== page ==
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Global Health Rotation

Uganda team

An international health rotation is available to senior medical residents interested in learning to practice in resource-limited settings. This experience enhances personal growth by developing confidence, adaptability, resourcefulness and insight; assists in cultural competency training; and introduces concepts of health care development. With the current pandemic, we are exploring on-line teaching for our Ugandan colleagues.


Providence was founded on a mission of caring for the poor and vulnerable. This philosophy permeates all that we do, and since a majority of our faculty has participated in international health and other volunteer work, you will find shared values of a commitment to the under-served.

Additionally, Providence Global Partnerships does extensive work in Guatemala. Part of the program involved international exchanges for medical students where we hosted Guatemalan medical students annually for a month on our inpatient ward service. These students brought enthusiasm, appreciation and unique perspectives on our health system that was always refreshing. Going forward, we hope to bring Ugandan medical students for a similar exchange.

“After my own internal medicine training, my husband and I spent almost two years running a remote hospital in northern Kenya. This time was invaluable to me. It opened my eyes to the needs in underserved areas, the resilience of the human spirit, and the complexities of how to deliver care in a just and ethical manner. For over 20 years, I have coordinated global health rotations for our residents.”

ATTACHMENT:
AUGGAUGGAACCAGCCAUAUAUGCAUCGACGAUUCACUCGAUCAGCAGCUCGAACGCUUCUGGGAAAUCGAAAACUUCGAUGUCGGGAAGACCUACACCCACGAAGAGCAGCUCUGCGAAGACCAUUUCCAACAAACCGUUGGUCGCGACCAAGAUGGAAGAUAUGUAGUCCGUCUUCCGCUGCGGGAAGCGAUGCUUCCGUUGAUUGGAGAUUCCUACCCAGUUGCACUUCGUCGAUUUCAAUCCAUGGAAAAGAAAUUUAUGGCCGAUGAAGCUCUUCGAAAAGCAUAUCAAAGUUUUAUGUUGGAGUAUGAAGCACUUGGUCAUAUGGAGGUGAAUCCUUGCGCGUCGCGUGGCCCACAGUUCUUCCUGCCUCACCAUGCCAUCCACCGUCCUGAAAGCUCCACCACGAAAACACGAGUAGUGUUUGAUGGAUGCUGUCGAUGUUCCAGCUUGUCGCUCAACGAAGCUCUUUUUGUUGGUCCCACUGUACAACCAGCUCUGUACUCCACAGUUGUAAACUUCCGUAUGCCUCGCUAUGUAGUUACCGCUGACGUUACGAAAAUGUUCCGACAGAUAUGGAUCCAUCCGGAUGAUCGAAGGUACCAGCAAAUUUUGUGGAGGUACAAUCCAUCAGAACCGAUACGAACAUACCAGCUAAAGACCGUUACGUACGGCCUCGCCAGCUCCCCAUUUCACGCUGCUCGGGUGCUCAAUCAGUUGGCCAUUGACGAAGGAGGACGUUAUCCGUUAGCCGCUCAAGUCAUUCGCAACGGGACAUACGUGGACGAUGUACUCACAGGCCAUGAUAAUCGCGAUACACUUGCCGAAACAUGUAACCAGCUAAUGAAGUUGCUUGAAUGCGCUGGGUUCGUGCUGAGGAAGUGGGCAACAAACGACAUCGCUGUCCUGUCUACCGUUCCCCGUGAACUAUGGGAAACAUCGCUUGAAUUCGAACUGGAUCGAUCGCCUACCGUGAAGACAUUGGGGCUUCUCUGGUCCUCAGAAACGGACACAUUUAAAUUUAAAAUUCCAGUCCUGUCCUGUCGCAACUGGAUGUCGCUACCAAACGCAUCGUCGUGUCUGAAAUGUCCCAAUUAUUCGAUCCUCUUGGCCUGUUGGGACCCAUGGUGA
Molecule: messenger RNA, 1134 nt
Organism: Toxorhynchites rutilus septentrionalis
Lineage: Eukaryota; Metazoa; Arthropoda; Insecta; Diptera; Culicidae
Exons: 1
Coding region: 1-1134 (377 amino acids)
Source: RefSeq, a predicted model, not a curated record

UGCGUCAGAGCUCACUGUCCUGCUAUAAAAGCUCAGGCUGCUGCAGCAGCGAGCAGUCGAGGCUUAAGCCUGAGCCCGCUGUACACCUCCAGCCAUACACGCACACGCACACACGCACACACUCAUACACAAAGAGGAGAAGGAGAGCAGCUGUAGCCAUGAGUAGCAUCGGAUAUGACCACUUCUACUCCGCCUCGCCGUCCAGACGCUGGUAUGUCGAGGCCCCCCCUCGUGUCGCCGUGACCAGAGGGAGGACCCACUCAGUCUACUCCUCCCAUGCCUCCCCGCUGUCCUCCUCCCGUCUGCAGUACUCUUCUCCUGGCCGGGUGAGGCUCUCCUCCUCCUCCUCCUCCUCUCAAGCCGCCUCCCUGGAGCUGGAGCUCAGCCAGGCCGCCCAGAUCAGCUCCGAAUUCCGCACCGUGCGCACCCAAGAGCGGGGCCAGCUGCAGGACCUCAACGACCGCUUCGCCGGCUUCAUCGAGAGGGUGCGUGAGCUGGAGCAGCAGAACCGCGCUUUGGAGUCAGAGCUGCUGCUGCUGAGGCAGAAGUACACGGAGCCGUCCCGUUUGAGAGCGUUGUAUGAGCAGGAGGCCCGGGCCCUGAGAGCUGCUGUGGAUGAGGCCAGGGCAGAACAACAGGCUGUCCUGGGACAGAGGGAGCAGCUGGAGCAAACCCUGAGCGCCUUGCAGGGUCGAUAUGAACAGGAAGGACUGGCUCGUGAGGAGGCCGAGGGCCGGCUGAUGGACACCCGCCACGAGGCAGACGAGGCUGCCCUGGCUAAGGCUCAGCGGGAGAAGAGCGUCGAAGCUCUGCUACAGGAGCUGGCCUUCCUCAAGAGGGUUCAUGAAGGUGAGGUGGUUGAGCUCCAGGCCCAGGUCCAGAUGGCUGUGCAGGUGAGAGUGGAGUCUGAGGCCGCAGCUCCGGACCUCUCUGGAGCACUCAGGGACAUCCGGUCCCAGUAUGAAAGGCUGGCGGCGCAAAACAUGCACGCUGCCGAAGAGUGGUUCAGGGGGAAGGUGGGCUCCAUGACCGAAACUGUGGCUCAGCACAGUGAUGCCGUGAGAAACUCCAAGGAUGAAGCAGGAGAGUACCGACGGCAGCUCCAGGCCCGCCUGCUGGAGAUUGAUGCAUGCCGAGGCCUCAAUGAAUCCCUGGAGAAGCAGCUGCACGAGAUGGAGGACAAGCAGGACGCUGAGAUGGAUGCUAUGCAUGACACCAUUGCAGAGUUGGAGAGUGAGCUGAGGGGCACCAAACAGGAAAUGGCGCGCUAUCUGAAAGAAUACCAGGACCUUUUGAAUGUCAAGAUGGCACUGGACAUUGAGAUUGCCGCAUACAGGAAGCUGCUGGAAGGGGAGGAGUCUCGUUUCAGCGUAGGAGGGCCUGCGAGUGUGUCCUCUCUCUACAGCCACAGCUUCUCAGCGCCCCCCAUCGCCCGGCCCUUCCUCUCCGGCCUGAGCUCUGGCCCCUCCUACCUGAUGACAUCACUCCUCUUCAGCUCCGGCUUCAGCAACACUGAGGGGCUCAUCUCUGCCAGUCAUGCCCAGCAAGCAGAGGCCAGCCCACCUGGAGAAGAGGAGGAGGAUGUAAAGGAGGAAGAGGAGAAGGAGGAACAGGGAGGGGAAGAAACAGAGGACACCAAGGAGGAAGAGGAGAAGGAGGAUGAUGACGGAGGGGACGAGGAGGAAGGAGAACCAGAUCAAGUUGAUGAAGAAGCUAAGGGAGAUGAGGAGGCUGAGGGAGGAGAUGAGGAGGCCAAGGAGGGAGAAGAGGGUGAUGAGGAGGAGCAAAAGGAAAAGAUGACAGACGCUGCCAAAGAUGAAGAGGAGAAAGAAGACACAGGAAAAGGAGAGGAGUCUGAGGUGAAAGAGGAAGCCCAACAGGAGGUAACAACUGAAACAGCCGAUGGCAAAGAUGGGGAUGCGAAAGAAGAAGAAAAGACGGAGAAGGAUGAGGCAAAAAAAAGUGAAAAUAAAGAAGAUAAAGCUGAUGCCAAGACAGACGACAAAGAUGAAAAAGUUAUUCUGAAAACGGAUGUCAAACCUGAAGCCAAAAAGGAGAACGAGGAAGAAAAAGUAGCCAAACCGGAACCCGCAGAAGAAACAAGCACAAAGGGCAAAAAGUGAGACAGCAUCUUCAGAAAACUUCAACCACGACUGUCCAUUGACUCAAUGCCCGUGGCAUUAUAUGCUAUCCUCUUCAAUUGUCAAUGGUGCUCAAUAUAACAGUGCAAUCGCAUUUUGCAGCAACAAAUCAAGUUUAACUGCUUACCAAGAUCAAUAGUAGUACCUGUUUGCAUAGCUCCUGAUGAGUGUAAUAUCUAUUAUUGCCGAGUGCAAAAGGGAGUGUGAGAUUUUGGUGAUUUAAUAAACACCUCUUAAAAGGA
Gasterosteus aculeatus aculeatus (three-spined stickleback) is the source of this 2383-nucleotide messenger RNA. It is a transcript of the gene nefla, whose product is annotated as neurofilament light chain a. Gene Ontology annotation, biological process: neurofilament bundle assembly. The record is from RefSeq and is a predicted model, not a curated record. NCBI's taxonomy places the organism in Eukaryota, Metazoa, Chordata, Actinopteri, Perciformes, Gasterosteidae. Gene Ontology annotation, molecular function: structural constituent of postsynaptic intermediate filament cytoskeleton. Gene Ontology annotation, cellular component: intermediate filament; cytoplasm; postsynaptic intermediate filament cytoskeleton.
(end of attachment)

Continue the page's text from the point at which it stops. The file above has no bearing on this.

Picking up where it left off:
Dr. Claudia Leonard M.D., FACP | Director of Global Health curriculum


Commonly encountered diseases:

  • HIV
  • TB
  • Hyponatremia
  • Profound anemia
  • Malaria
  • Meningitis (cryptococcal, TB)
  • Diabetes
  • ESRD
  • CHF

Maeve-MacMurdo“I learned so much during my time in Uganda. In addition to increasing my exposure to uncommon tropical diseases, it taught me to practice flexible medicine, and to embrace and trust my physical examination skills. As a future pulmonology/critical care fellow, the opportunity to work in the chest clinic was incredible.”
Maeve MacMurdo M.D.

Madiha-Ahmad“The global health rotation in Uganda was one of my favorite experiences. The medicine residents were amazing to work with and I had the opportunity to teach medical students as well. I learned to trust my physical exam skills and appropriately use the limited resources available. Doing a global health rotation in Uganda rejuvenated my passion about medicine and I hope to go back again. ”
Madiha Ahmad